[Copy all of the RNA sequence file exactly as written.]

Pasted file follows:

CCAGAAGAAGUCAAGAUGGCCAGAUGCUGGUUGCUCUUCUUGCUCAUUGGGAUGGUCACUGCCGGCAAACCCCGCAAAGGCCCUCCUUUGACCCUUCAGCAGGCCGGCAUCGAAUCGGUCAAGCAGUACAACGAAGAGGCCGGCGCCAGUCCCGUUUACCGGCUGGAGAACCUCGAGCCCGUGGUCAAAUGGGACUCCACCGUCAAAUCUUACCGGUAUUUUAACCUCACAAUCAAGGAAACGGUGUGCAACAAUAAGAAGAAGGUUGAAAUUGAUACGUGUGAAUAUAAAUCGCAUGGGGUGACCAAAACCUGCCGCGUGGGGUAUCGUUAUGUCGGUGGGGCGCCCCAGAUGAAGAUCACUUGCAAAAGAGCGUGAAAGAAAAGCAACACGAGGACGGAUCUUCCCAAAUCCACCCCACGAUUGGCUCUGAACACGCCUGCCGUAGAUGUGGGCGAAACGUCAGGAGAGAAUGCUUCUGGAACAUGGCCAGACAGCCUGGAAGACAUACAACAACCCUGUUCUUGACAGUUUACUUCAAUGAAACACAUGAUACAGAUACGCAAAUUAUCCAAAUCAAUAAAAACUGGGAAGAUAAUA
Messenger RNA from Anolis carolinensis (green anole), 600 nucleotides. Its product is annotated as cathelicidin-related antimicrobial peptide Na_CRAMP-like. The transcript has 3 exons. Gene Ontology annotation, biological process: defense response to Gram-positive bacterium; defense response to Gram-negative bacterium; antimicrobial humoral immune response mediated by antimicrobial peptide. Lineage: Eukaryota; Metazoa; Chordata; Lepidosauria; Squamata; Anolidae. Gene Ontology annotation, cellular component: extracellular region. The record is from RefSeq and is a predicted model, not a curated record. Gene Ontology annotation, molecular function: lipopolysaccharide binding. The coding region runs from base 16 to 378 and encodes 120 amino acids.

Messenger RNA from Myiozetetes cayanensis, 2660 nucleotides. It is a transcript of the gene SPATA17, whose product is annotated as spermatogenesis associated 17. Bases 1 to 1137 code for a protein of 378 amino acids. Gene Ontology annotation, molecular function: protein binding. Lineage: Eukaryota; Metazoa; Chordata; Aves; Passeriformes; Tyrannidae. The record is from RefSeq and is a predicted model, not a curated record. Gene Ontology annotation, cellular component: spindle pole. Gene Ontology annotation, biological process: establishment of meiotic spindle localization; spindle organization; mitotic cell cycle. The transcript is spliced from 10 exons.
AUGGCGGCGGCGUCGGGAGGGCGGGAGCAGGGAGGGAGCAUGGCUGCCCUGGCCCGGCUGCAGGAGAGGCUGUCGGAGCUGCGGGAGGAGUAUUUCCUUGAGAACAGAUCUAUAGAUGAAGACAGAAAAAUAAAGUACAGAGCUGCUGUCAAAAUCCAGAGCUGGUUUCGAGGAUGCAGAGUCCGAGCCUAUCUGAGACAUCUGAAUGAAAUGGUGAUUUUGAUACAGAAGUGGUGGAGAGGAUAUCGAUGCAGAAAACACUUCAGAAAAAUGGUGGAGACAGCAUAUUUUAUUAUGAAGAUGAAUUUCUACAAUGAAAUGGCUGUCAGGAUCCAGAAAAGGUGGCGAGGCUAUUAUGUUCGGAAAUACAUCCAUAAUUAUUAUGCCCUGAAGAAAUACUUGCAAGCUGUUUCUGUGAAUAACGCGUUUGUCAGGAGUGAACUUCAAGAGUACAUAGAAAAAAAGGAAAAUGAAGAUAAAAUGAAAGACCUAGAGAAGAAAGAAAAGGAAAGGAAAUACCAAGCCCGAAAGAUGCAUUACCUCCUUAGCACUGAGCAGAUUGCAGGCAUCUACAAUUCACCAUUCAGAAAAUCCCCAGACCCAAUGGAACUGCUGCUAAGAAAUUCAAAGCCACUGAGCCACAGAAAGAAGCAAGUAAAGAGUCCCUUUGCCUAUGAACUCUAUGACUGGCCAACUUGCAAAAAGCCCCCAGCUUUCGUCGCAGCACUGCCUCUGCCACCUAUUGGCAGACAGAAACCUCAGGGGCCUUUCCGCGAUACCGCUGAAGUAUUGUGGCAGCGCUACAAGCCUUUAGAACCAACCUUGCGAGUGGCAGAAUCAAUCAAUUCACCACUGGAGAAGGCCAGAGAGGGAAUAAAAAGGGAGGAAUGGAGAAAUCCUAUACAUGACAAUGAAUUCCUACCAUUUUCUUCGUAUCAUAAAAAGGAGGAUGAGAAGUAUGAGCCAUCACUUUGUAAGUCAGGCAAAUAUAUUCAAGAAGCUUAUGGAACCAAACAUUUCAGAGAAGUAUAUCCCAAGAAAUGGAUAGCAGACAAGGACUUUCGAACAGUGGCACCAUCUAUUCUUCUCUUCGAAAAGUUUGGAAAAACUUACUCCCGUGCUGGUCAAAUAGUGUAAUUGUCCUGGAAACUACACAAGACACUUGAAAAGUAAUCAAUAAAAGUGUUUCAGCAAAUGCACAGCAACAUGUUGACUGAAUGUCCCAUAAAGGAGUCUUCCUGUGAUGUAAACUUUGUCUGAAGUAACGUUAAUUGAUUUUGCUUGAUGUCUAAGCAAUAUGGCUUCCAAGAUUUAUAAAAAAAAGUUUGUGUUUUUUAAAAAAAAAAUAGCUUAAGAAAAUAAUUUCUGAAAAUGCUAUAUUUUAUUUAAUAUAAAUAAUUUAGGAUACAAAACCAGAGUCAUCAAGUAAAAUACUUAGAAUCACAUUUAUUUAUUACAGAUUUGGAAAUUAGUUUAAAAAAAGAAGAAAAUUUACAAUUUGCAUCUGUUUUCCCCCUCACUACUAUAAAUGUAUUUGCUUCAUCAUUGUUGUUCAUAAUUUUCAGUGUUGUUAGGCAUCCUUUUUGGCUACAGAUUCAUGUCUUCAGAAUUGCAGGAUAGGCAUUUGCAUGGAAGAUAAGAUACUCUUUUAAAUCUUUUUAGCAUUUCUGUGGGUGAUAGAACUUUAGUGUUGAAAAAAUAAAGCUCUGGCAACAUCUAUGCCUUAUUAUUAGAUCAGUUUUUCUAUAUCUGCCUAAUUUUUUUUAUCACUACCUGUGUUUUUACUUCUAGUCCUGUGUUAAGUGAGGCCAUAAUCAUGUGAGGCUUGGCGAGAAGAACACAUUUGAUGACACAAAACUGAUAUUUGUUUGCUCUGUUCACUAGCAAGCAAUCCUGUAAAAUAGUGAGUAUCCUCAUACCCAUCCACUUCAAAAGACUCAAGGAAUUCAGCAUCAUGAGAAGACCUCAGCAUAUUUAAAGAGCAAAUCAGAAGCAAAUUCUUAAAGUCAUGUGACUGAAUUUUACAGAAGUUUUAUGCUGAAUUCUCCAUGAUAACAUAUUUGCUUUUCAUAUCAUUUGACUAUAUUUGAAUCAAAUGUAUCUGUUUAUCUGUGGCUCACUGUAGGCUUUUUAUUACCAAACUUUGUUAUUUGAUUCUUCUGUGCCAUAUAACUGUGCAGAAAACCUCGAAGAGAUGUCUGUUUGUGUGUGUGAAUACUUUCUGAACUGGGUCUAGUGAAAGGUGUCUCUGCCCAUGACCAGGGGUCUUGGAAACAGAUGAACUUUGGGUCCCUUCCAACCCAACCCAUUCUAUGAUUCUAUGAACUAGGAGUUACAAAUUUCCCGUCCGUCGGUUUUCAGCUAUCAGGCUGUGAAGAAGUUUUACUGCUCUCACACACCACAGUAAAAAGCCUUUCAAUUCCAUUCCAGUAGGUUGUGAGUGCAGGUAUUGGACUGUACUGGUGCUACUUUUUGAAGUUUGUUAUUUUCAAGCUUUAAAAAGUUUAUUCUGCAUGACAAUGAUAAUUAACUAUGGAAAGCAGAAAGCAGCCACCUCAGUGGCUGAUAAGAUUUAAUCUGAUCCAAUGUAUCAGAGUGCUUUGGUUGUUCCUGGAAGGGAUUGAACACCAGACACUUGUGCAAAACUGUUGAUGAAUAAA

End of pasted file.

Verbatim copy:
CCAGAAGAAGUCAAGAUGGCCAGAUGCUGGUUGCUCUUCUUGCUCAUUGGGAUGGUCACUGCCGGCAAACCCCGCAAAGGCCCUCCUUUGACCCUUCAGCAGGCCGGCAUCGAAUCGGUCAAGCAGUACAACGAAGAGGCCGGCGCCAGUCCCGUUUACCGGCUGGAGAACCUCGAGCCCGUGGUCAAAUGGGACUCCACCGUCAAAUCUUACCGGUAUUUUAACCUCACAAUCAAGGAAACGGUGUGCAACAAUAAGAAGAAGGUUGAAAUUGAUACGUGUGAAUAUAAAUCGCAUGGGGUGACCAAAACCUGCCGCGUGGGGUAUCGUUAUGUCGGUGGGGCGCCCCAGAUGAAGAUCACUUGCAAAAGAGCGUGAAAGAAAAGCAACACGAGGACGGAUCUUCCCAAAUCCACCCCACGAUUGGCUCUGAACACGCCUGCCGUAGAUGUGGGCGAAACGUCAGGAGAGAAUGCUUCUGGAACAUGGCCAGACAGCCUGGAAGACAUACAACAACCCUGUUCUUGACAGUUUACUUCAAUGAAACACAUGAUACAGAUACGCAAAUUAUCCAAAUCAAUAAAAACUGGGAAGAUAAUA
Messenger RNA from Anolis carolinensis (green anole), 600 nucleotides. Its product is annotated as cathelicidin-related antimicrobial peptide Na_CRAMP-like. The transcript has 3 exons. Gene Ontology annotation, biological process: defense response to Gram-positive bacterium; defense response to Gram-negative bacterium; antimicrobial humoral immune response mediated by antimicrobial peptide. Lineage: Eukaryota; Metazoa; Chordata; Lepidosauria; Squamata; Anolidae. Gene Ontology annotation, cellular component: extracellular region. The record is from RefSeq and is a predicted model, not a curated record. Gene Ontology annotation, molecular function: lipopolysaccharide binding. The coding region runs from base 16 to 378 and encodes 120 amino acids.

Messenger RNA from Myiozetetes cayanensis, 2660 nucleotides. It is a transcript of the gene SPATA17, whose product is annotated as spermatogenesis associated 17. Bases 1 to 1137 code for a protein of 378 amino acids. Gene Ontology annotation, molecular function: protein binding. Lineage: Eukaryota; Metazoa; Chordata; Aves; Passeriformes; Tyrannidae. The record is from RefSeq and is a predicted model, not a curated record. Gene Ontology annotation, cellular component: spindle pole. Gene Ontology annotation, biological process: establishment of meiotic spindle localization; spindle organization; mitotic cell cycle. The transcript is spliced from 10 exons.
AUGGCGGCGGCGUCGGGAGGGCGGGAGCAGGGAGGGAGCAUGGCUGCCCUGGCCCGGCUGCAGGAGAGGCUGUCGGAGCUGCGGGAGGAGUAUUUCCUUGAGAACAGAUCUAUAGAUGAAGACAGAAAAAUAAAGUACAGAGCUGCUGUCAAAAUCCAGAGCUGGUUUCGAGGAUGCAGAGUCCGAGCCUAUCUGAGACAUCUGAAUGAAAUGGUGAUUUUGAUACAGAAGUGGUGGAGAGGAUAUCGAUGCAGAAAACACUUCAGAAAAAUGGUGGAGACAGCAUAUUUUAUUAUGAAGAUGAAUUUCUACAAUGAAAUGGCUGUCAGGAUCCAGAAAAGGUGGCGAGGCUAUUAUGUUCGGAAAUACAUCCAUAAUUAUUAUGCCCUGAAGAAAUACUUGCAAGCUGUUUCUGUGAAUAACGCGUUUGUCAGGAGUGAACUUCAAGAGUACAUAGAAAAAAAGGAAAAUGAAGAUAAAAUGAAAGACCUAGAGAAGAAAGAAAAGGAAAGGAAAUACCAAGCCCGAAAGAUGCAUUACCUCCUUAGCACUGAGCAGAUUGCAGGCAUCUACAAUUCACCAUUCAGAAAAUCCCCAGACCCAAUGGAACUGCUGCUAAGAAAUUCAAAGCCACUGAGCCACAGAAAGAAGCAAGUAAAGAGUCCCUUUGCCUAUGAACUCUAUGACUGGCCAACUUGCAAAAAGCCCCCAGCUUUCGUCGCAGCACUGCCUCUGCCACCUAUUGGCAGACAGAAACCUCAGGGGCCUUUCCGCGAUACCGCUGAAGUAUUGUGGCAGCGCUACAAGCCUUUAGAACCAACCUUGCGAGUGGCAGAAUCAAUCAAUUCACCACUGGAGAAGGCCAGAGAGGGAAUAAAAAGGGAGGAAUGGAGAAAUCCUAUACAUGACAAUGAAUUCCUACCAUUUUCUUCGUAUCAUAAAAAGGAGGAUGAGAAGUAUGAGCCAUCACUUUGUAAGUCAGGCAAAUAUAUUCAAGAAGCUUAUGGAACCAAACAUUUCAGAGAAGUAUAUCCCAAGAAAUGGAUAGCAGACAAGGACUUUCGAACAGUGGCACCAUCUAUUCUUCUCUUCGAAAAGUUUGGAAAAACUUACUCCCGUGCUGGUCAAAUAGUGUAAUUGUCCUGGAAACUACACAAGACACUUGAAAAGUAAUCAAUAAAAGUGUUUCAGCAAAUGCACAGCAACAUGUUGACUGAAUGUCCCAUAAAGGAGUCUUCCUGUGAUGUAAACUUUGUCUGAAGUAACGUUAAUUGAUUUUGCUUGAUGUCUAAGCAAUAUGGCUUCCAAGAUUUAUAAAAAAAAGUUUGUGUUUUUUAAAAAAAAAAUAGCUUAAGAAAAUAAUUUCUGAAAAUGCUAUAUUUUAUUUAAUAUAAAUAAUUUAGGAUACAAAACCAGAGUCAUCAAGUAAAAUACUUAGAAUCACAUUUAUUUAUUACAGAUUUGGAAAUUAGUUUAAAAAAAGAAGAAAAUUUACAAUUUGCAUCUGUUUUCCCCCUCACUACUAUAAAUGUAUUUGCUUCAUCAUUGUUGUUCAUAAUUUUCAGUGUUGUUAGGCAUCCUUUUUGGCUACAGAUUCAUGUCUUCAGAAUUGCAGGAUAGGCAUUUGCAUGGAAGAUAAGAUACUCUUUUAAAUCUUUUUAGCAUUUCUGUGGGUGAUAGAACUUUAGUGUUGAAAAAAUAAAGCUCUGGCAACAUCUAUGCCUUAUUAUUAGAUCAGUUUUUCUAUAUCUGCCUAAUUUUUUUUAUCACUACCUGUGUUUUUACUUCUAGUCCUGUGUUAAGUGAGGCCAUAAUCAUGUGAGGCUUGGCGAGAAGAACACAUUUGAUGACACAAAACUGAUAUUUGUUUGCUCUGUUCACUAGCAAGCAAUCCUGUAAAAUAGUGAGUAUCCUCAUACCCAUCCACUUCAAAAGACUCAAGGAAUUCAGCAUCAUGAGAAGACCUCAGCAUAUUUAAAGAGCAAAUCAGAAGCAAAUUCUUAAAGUCAUGUGACUGAAUUUUACAGAAGUUUUAUGCUGAAUUCUCCAUGAUAACAUAUUUGCUUUUCAUAUCAUUUGACUAUAUUUGAAUCAAAUGUAUCUGUUUAUCUGUGGCUCACUGUAGGCUUUUUAUUACCAAACUUUGUUAUUUGAUUCUUCUGUGCCAUAUAACUGUGCAGAAAACCUCGAAGAGAUGUCUGUUUGUGUGUGUGAAUACUUUCUGAACUGGGUCUAGUGAAAGGUGUCUCUGCCCAUGACCAGGGGUCUUGGAAACAGAUGAACUUUGGGUCCCUUCCAACCCAACCCAUUCUAUGAUUCUAUGAACUAGGAGUUACAAAUUUCCCGUCCGUCGGUUUUCAGCUAUCAGGCUGUGAAGAAGUUUUACUGCUCUCACACACCACAGUAAAAAGCCUUUCAAUUCCAUUCCAGUAGGUUGUGAGUGCAGGUAUUGGACUGUACUGGUGCUACUUUUUGAAGUUUGUUAUUUUCAAGCUUUAAAAAGUUUAUUCUGCAUGACAAUGAUAAUUAACUAUGGAAAGCAGAAAGCAGCCACCUCAGUGGCUGAUAAGAUUUAAUCUGAUCCAAUGUAUCAGAGUGCUUUGGUUGUUCCUGGAAGGGAUUGAACACCAGACACUUGUGCAAAACUGUUGAUGAAUAAA